Piscataway Conoy Tribe wants to rename Indian Head Highway

EDITOR’S NOTE: This story has been changed to reflect the correct location of the town of Indian Head. 

Members of the Piscataway Conoy Tribe want the name of Indian Head Highway and the town of Indian Head in Charles County, Maryland, renamed because they say the names are derogatory to Native Americans.

Jesse James Swann, chief of the Piscataway Conoy Tribe, wrote a letter on Monday to Prince George’s County Executive Angela Alsobrooks, county and state lawmakers and commissioners in Charles County requesting the change. Swann said the tribe wants the name to be changed to Piscataway Highway or Pascattoway Highway to honor Maryland’s two state-recognized tribes.

“This is our ancestral land and this highway was a major thoroughfare used by Piscataway and the surrounding tribes that were under our empire,” Swann wrote. “We are the original inhabitants of this land — we were very accepting and very giving to those who formed what is now present day Maryland.”

This is not the only effort to rename Indian Head Highway, also known as Maryland Route 210, which runs about 20 miles from the town of Indian Head north to the D.C. boundary in Forest Heights.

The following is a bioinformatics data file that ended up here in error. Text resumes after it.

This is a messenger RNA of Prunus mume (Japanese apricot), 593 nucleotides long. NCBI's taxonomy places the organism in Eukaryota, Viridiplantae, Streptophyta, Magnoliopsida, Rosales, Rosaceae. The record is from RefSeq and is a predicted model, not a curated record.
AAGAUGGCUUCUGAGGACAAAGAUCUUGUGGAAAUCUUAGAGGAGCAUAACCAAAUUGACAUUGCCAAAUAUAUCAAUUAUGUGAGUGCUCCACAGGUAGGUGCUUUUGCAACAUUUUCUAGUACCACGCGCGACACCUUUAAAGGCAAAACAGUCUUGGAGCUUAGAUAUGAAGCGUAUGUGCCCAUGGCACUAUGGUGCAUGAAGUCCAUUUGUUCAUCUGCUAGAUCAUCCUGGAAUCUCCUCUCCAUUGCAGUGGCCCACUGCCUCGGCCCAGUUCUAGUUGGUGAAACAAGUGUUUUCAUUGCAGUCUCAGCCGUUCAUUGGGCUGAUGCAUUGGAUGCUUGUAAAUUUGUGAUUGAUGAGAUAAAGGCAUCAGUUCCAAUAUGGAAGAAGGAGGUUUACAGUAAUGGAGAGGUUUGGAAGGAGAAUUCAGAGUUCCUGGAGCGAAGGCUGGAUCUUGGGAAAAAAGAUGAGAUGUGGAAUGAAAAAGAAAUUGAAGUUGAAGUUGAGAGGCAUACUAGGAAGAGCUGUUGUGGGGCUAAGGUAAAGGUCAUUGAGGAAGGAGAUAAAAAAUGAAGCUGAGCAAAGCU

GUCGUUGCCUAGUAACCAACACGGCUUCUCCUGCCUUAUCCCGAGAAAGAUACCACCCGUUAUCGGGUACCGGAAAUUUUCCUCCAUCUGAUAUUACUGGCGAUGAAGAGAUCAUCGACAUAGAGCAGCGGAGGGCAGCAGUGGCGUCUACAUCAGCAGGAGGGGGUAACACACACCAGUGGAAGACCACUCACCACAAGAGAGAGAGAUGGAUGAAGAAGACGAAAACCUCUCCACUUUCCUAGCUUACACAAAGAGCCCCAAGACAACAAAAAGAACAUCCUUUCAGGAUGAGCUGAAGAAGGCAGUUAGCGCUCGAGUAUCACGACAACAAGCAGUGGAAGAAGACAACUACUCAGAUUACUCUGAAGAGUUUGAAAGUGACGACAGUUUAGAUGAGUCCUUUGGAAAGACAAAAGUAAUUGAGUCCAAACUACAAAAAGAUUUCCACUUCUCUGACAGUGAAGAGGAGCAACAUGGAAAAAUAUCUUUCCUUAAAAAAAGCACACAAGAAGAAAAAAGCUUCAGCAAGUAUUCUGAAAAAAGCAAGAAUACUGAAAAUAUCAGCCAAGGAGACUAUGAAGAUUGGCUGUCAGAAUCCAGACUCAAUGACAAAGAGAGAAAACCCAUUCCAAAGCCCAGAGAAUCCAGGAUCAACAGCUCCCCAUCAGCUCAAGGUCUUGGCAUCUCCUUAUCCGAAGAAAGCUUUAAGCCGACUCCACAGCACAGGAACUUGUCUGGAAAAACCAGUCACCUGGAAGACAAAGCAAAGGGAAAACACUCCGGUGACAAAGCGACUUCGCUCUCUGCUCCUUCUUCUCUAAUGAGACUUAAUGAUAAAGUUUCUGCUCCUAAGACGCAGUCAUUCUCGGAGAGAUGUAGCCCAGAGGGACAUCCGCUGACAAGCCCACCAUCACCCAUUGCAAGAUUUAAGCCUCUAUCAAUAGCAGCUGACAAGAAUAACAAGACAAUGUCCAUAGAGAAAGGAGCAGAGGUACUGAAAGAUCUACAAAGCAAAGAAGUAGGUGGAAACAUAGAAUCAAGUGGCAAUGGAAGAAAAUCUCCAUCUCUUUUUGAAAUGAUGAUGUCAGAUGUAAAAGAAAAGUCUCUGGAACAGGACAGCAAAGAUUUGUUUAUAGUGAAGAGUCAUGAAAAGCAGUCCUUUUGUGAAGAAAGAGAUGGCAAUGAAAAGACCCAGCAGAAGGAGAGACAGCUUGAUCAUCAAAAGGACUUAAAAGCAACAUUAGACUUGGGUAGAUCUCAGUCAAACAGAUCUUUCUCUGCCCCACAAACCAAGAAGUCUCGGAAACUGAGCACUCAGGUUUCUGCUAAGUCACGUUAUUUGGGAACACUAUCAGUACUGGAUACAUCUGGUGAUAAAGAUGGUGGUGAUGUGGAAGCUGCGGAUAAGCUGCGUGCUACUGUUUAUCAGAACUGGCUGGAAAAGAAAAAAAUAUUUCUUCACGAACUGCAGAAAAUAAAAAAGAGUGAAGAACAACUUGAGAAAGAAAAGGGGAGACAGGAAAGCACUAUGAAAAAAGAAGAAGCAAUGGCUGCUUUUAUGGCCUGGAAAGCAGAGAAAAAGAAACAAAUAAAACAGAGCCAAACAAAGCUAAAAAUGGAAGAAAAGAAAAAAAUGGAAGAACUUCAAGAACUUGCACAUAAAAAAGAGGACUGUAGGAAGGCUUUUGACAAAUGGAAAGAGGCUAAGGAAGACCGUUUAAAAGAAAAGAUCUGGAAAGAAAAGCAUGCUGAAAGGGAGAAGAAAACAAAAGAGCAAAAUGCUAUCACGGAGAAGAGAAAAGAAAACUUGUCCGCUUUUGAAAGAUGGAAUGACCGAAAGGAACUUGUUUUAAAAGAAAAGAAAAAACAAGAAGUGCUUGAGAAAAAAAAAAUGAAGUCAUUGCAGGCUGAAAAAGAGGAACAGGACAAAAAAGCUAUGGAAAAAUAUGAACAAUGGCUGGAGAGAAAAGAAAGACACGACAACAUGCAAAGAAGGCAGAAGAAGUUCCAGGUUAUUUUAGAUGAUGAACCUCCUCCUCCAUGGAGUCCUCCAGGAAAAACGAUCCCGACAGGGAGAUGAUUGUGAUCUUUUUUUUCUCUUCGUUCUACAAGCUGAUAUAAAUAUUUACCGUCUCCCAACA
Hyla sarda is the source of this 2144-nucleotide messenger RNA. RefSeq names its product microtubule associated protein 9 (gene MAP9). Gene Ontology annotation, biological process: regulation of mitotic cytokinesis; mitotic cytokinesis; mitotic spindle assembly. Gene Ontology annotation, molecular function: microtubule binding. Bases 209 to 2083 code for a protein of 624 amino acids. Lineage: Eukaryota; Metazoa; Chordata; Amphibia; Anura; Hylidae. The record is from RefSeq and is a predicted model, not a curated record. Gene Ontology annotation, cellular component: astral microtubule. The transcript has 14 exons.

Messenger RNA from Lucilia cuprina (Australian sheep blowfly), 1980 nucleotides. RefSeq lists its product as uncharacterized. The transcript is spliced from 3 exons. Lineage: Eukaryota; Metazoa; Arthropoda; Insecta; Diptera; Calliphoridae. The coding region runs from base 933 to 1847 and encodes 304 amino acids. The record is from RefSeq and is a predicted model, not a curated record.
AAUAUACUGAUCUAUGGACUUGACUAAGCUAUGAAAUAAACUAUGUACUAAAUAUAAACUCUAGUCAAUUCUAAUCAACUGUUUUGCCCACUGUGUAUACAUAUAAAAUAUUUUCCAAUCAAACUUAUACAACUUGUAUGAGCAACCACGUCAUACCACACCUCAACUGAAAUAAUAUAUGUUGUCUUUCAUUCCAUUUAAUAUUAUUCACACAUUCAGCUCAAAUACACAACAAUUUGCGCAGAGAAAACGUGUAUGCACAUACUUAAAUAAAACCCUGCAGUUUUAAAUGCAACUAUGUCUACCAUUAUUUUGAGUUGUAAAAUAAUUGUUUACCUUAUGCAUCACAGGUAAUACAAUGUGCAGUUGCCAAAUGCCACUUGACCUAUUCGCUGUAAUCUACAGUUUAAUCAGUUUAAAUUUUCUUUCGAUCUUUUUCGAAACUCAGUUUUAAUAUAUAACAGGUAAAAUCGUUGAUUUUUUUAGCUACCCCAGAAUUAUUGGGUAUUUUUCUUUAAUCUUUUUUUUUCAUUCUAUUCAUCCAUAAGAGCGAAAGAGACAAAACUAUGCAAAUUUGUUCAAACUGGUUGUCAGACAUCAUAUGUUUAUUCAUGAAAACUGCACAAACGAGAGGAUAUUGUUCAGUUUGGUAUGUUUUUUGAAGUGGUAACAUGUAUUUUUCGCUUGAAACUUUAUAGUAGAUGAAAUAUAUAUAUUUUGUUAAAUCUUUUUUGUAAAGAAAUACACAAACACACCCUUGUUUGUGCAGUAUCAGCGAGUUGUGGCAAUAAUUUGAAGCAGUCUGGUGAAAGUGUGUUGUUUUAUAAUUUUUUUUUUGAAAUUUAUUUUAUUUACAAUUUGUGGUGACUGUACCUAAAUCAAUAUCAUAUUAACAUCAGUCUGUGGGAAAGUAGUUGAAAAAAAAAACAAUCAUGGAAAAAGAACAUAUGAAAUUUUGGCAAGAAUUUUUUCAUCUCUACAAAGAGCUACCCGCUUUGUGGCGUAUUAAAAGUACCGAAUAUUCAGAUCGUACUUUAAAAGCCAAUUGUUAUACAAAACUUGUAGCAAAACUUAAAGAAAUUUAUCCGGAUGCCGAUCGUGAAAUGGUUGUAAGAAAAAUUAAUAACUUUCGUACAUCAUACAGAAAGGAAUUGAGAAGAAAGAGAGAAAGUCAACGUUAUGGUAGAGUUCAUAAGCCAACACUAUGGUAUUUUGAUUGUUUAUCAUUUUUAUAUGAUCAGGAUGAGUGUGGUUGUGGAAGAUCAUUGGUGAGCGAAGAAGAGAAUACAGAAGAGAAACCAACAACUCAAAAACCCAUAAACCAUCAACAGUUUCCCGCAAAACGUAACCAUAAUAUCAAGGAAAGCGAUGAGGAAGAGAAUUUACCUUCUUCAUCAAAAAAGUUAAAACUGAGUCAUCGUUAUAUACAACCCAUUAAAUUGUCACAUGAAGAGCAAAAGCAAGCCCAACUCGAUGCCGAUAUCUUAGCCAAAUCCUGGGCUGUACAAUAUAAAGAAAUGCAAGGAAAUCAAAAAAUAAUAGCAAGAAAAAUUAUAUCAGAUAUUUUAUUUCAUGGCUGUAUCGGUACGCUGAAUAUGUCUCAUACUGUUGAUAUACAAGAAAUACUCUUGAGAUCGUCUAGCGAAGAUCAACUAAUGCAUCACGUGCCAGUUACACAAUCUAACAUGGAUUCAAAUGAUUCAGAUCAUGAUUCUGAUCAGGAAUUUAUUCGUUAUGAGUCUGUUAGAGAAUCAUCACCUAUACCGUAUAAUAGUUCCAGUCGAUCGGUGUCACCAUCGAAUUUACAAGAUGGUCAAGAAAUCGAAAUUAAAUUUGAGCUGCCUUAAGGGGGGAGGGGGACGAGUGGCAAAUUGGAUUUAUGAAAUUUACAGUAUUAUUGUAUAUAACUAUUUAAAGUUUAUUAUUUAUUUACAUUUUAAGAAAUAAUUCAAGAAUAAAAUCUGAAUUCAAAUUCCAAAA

Last year, state senators in Maryland introduced legislation to rename the highway after former President Barack Obama.

Proposals to change the name because some consider it offense to Native Americans go as far back as 2003.

In this latest effort, the Piscataway Conoy Tribe has gathered more than 3,700 signatures on a Change.org petition and said it expects several hundred more signatures to come.

“As of today, we have no reservation for our people, no homebase, etc.,” Swann wrote in his letter. “As you know, our people didn’t write history books, our history is carried through the generations by the stories we carry.  This story is not one of honor — we should not honor this name of Indian Head. We should however include the Native Americans into this conversation as it is derogatory to us.”

Swann added that while he appreciates the bill to honor Obama, “as many of our people voted for him, we don’t think this name should be changed to honor him. This is our homeland and we believe he would agree with us.”

Anna Gawel

Anna Gawel joined WTOP in 2020 and works in both the radio and digital departments. Anna Gawel has spent much of her career as the managing editor of The Washington Diplomat, which has been the flagship publication of D.C.’s diplomatic community for over 25 years.

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